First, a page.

He highlighted the death of a woman following chiropractic treatment in Jakarta, Indonesia in 2015. The chiropractor's licence was revoked in another country at the time. According to media reports on the incident, Jakarta ordered the chain and other chiropractor clinics to close following the death and declared them illegal.
In Singapore, chiropractors are encouraged to practise self-regulation through professional associations like the Chiropractic Association (Singapore), which has developed a code of practice, ethics and advertising guidelines for the profession, the Ministry of Health (MOH) said.
“As the chiropractic field develops, the MOH will continue to assess the risks to patient safety closely and will determine the need to regulate if critical risks to patient safety are identified,” a spokesperson said.
Dr Yap suggested a licensing framework that would allow only those registered with a local regulatory body to practise.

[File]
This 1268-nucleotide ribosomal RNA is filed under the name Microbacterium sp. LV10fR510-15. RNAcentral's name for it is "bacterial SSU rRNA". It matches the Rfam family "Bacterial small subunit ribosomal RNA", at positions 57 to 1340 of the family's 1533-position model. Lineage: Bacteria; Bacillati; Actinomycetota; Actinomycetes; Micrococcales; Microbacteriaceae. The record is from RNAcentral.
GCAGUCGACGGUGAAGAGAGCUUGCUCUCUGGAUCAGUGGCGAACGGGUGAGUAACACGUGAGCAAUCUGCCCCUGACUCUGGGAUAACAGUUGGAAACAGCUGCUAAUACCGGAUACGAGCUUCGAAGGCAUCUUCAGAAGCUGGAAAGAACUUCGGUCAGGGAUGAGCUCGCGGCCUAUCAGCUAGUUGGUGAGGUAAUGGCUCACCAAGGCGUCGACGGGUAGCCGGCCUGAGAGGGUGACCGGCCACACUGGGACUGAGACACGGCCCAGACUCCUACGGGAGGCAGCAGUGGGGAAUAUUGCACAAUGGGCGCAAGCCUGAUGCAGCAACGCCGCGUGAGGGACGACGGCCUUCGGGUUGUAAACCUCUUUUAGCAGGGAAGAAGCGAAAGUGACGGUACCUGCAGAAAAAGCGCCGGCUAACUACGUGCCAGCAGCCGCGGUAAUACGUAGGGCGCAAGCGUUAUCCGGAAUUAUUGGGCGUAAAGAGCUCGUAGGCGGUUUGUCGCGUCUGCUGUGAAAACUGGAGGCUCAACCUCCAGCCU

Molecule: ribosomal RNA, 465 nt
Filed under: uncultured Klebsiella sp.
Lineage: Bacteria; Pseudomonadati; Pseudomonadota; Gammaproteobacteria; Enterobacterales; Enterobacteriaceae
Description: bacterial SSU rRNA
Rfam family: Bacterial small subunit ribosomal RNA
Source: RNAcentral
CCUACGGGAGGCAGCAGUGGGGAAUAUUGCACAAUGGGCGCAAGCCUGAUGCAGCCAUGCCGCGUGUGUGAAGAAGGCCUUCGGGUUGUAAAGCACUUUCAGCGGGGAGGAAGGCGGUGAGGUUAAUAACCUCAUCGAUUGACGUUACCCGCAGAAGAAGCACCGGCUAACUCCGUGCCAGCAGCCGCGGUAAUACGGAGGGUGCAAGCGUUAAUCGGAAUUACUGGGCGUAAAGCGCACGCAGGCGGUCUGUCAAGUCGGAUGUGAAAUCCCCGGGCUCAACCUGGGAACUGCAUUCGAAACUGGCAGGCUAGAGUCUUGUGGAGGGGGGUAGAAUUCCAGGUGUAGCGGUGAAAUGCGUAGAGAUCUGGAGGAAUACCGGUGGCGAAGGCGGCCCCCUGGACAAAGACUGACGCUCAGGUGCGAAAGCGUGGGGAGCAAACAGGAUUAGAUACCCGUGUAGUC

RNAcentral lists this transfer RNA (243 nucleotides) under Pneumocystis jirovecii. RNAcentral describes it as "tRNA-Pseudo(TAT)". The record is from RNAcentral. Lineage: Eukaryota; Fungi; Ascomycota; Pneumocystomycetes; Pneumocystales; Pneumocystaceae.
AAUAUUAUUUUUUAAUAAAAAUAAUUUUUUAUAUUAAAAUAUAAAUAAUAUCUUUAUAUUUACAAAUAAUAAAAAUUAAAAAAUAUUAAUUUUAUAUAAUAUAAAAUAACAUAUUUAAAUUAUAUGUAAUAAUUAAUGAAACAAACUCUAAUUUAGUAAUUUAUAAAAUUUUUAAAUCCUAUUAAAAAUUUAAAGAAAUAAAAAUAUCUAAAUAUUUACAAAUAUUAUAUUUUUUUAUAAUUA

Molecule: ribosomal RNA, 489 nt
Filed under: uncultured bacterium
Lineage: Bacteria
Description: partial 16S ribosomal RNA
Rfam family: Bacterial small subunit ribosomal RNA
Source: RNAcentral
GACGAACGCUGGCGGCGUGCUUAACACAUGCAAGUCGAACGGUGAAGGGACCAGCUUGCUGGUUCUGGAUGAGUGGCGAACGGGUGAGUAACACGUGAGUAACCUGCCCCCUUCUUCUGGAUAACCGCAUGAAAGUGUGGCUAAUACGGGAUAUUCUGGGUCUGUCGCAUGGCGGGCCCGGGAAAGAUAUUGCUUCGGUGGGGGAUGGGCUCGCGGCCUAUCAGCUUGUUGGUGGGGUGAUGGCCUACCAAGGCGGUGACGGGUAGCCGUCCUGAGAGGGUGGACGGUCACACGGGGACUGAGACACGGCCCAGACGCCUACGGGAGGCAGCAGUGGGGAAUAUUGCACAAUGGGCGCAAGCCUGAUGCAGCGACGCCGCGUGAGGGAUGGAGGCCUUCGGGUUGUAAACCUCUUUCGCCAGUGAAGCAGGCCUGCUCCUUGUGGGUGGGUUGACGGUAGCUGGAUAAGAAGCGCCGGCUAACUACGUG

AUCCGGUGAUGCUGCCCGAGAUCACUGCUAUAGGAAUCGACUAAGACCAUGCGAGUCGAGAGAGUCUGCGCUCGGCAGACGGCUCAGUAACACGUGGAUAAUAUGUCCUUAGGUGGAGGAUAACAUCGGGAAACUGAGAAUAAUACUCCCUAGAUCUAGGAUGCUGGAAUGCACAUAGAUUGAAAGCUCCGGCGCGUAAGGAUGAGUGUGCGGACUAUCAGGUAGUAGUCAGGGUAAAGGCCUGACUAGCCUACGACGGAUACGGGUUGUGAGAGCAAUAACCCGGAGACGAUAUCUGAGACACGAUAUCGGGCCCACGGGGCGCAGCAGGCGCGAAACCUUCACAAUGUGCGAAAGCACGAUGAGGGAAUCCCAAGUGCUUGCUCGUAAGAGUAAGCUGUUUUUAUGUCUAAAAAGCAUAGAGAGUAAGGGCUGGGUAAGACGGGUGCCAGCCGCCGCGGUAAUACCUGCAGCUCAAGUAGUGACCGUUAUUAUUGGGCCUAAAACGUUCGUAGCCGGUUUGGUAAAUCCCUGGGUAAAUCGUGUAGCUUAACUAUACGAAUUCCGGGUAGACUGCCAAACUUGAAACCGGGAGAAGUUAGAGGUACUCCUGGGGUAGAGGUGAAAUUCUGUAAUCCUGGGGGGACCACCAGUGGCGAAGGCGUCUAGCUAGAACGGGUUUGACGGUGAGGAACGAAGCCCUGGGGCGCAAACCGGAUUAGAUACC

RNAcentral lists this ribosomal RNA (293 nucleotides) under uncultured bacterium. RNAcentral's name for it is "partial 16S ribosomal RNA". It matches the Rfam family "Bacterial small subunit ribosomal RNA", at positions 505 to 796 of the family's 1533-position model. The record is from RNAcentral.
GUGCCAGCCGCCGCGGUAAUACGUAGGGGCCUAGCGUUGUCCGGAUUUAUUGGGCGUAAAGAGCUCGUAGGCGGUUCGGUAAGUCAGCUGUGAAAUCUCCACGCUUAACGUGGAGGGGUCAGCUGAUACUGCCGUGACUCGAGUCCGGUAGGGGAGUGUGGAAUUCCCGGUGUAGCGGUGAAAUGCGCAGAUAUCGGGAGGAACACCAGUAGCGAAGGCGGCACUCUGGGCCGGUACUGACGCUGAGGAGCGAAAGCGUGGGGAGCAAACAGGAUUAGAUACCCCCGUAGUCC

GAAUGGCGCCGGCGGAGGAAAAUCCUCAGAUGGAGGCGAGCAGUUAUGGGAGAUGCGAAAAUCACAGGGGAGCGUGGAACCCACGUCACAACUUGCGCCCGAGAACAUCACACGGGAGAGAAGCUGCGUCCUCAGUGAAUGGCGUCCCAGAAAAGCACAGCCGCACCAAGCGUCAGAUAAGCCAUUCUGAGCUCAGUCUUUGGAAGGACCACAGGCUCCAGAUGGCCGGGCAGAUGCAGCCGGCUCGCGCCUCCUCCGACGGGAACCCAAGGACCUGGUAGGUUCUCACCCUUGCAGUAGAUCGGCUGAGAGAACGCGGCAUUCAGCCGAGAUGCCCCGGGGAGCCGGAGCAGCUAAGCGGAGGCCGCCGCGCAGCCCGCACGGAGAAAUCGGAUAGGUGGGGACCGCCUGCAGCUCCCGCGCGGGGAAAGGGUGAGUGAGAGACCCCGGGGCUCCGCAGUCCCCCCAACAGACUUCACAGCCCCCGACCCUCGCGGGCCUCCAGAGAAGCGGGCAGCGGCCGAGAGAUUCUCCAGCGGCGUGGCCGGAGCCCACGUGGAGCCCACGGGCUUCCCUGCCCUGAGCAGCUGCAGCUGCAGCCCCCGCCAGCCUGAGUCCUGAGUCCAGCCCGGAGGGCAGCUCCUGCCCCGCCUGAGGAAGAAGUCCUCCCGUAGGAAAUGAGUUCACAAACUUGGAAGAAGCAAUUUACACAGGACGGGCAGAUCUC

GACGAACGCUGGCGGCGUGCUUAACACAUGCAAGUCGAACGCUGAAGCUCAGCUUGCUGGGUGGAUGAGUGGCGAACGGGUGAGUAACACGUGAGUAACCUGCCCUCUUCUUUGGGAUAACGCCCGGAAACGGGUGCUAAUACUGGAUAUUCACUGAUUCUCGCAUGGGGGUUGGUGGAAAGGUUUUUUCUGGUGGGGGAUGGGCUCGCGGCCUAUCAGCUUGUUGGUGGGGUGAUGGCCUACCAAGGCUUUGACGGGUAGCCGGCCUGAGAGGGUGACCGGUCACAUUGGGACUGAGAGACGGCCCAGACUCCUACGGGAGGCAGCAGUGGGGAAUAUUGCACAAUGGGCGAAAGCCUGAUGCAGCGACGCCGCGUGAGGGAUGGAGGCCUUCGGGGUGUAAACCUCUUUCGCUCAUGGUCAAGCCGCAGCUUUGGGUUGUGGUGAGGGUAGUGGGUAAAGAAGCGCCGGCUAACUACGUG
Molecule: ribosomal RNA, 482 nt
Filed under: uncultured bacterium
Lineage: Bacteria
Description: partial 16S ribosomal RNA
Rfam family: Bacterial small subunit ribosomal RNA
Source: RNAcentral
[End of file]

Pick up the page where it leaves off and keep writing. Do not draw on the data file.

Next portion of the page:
However, chairman of the government parliamentary committee for health Dr Chia Shi Lu said that while that could help the industry to progress, one of the challenges to such regulation of the industry is the different standards of chiropractic education in different countries.
UK SHYAM'S CHIROPRACTIC JOURNEY
While there are concerns surrounding some industry players, the current national 100m record holder UK Shyam believes that in the right hands, chiropractic treatment can help. In fact, he experienced that first-hand.
A recurring hamstring injury that did not seem to go away despite regular physiotherapy led him to visit a chiropractor as a “last resort” in 2002.
“Interestingly enough, with one or two manipulations, my injury was cured,” the former sprinter told Channel NewsAsia.
That was a year after Shyam, a full-time athlete then, clocked 10.37s for the 100 metres, beating the previous record by 0.01s.
Since it worked for him, and because he found that chiropractic treatment was “relevant” for a high-impact sport like sprinting, he started to see a chiropractor regularly – at least weekly or fortnightly.
“I chose to do so, because with regard to certain types of injuries, chiropractic manipulation provided immediate pain relief and often allowed me to resume training with good mobility and confidence by the next day,” he said.